29th October 2020
Baraka eyed the money as his aunt placed it inside her small satchel. He wanted to be able to find it later when no one was watching, and though she hid the satchel at home, Baraka found it quickly while she was tending to chores.
He had become skilled at this since moving to the small town in eastern Democratic Republic of Congo. He moved there to live with his grandmother and aunt after his parents divorced. For years, he had learned to avoid getting caught.
He took the francs from the satchel and ran out of the house to the place where he kept the things he stole. The next day his aunt became enraged, threatening to curse the person who stole from her.
“She said she would bewitch anyone who stole the money,” Baraka said, remembering how terrified he felt to be cursed by his family. He also feared the possibility of a severe beating from his aunt if he was found to be a thief.
Baraka had considered leaving for a long time, and now he had finally done it. He fled—driven away by fear but also by anger at what his life had become.
For several days after that he traveled by foot, spending nights in a nearby town with other kids on the streets before they decided to go to Bunia, a dangerous trek more than 10 miles to the south. They had heard there were jobs, and they could earn money.
They spent the night walking and trying to sleep by the dusty road before arriving at the town where they would try to live, sleeping in alleyways or finding shelter under tables.
Is this the curse? Baraka thought during those many long weeks in the streets wondering if this is where he would live and die. Is this the curse my aunt has placed on me? That I’m left to live in Bunia on the streets?
By the time Samaritan’s Purse staff learned of Baraka, he had been living on the streets and scrounging for food and odd jobs for two months. He woke every day with the same question of survival and the fear that he might never make it home again.
We praise God that local pastors who regularly work with and minister to street children notified our Safe Haven team of Baraka’s situation and invited him to participate in the program. For the first time in a long time, since the divorce and separation from his mother, Baraka experienced hope and belonging.
Safe Haven is a Samaritan’s Purse program in Bunia working to help vulnerable populations who are cast aside, forgotten, and sentenced to lives of shame, often following traumatic life events. Such people in need include: street children, survivors of sexual and gender-based violence, and people living with HIV/AIDS. These populations often risk being exploited through prostitution or sex trafficking.
“These are the most marginalized people in our communities, and what we give them is a place and a community where they can heal emotionally, grow in their relationship with God, and learn skills to make a living once they leave us,” said Hanna Mukora, program manager for our Safe Haven project. “For children like Baraka, it has been especially important for us to teach him forgiveness and also God’s forgiveness and love for him.”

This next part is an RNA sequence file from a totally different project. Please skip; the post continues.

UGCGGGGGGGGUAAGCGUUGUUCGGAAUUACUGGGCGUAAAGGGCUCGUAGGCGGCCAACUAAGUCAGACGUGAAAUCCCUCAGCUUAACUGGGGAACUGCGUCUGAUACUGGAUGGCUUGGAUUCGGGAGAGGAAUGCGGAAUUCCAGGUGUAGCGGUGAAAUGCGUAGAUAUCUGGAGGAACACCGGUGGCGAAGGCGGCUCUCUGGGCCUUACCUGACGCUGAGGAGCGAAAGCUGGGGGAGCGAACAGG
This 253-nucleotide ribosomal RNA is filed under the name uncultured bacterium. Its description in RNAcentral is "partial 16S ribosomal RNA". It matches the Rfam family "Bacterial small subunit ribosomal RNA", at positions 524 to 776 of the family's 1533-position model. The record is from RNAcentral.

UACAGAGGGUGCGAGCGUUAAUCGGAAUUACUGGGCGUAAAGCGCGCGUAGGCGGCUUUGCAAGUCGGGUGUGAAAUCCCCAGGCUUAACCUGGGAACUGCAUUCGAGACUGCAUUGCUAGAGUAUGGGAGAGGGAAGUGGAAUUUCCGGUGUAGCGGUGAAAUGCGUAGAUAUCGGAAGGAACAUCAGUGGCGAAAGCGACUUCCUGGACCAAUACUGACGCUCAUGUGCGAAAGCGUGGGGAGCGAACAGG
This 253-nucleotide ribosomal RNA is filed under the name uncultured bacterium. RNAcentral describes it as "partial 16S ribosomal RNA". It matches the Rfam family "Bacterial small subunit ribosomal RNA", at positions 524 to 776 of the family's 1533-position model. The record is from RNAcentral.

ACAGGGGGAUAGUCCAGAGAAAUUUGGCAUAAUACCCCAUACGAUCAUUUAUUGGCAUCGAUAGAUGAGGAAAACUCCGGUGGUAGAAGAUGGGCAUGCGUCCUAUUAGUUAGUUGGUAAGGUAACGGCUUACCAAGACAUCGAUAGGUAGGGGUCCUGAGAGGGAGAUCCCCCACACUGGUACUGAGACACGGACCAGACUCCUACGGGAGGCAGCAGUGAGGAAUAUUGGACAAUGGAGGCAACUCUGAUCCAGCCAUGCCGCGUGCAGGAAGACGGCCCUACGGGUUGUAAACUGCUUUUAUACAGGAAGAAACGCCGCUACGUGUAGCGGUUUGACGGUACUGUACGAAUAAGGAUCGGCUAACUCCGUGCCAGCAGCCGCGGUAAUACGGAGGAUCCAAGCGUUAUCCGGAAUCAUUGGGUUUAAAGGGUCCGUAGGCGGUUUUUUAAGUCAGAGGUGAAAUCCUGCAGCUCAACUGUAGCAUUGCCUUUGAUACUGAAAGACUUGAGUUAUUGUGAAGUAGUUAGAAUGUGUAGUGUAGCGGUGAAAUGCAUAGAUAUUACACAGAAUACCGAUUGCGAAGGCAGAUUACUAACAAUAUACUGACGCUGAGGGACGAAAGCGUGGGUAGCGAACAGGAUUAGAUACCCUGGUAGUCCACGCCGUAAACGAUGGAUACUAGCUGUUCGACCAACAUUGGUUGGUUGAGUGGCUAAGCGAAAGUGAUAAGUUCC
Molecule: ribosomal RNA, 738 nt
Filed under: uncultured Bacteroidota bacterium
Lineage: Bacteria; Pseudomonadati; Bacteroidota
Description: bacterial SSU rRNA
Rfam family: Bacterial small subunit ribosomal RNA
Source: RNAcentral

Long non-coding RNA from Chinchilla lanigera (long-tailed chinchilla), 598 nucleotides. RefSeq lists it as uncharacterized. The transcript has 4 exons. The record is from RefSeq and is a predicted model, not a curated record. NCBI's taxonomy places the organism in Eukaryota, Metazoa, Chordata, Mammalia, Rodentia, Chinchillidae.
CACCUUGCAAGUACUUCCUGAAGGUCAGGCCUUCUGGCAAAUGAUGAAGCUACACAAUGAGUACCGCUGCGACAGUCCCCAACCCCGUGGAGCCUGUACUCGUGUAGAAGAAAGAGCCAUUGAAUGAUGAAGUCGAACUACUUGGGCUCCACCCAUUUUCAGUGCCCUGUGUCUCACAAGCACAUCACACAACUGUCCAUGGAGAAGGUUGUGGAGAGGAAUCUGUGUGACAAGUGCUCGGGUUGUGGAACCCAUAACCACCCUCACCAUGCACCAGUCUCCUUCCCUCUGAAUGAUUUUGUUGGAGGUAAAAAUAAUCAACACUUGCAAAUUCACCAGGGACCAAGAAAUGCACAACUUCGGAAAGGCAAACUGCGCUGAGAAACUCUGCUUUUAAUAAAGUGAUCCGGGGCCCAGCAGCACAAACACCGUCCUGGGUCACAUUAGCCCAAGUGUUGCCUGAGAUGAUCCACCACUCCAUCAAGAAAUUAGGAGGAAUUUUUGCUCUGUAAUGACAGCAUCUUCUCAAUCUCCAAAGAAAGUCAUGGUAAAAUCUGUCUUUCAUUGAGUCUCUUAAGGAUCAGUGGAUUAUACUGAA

For Baraka, Safe Haven provided acceptance, security, and stability, qualities he had not experienced in a long time. Over the next several months as our staff verified his identity, worked to safely contact family members, and ensured a safe return home for Baraka, the young man experienced God’s healing.
At first, he was shy and suspicious, and he didn’t try to connect with other children in the shelter. But soon enough, he started making friends. Now, in place of the curse he feared, Baraka experienced peace. Instead of waking up most mornings uncertain about his survival, he praised God.
“We wake up every day, have devotions, sing, and study the Word of God,” Baraka said, grateful for the Scripture he’s memorized during his time at Safe Haven, including his favorite verse, John 3:16. He said that for the first time, especially after seeing the Jesus film, he began to understand what Jesus Christ had done on the Cross for him.
“I finally understand what salvation is.”
“I could not believe that He suffered this much because of my sins,” Baraka said. During his time at Safe Haven, Baraka received Jesus Christ as his Lord and Savior. “I finally understand what salvation is, and I want to tell my family.”
Over the past few months, our teams have been in contact with Baraka’s family, who, sadly, had assumed he had died until hearing from Safe Haven. Since that initial contact, we have helped facilitate his reunion with his mother.
“It is often difficult to get accurate information from runaways and to finally track down their families,” Hanna said. “Then we have to make sure they are returning to a safe environment when they rejoin their families again. This can often take a long time.”
Finally, a little over a week ago, Baraka saw his mother’s face again through tears of joy. She came to the shelter to bring him home to his family. Young Baraka will now, in turn, have a chance to bring the Gospel home to them.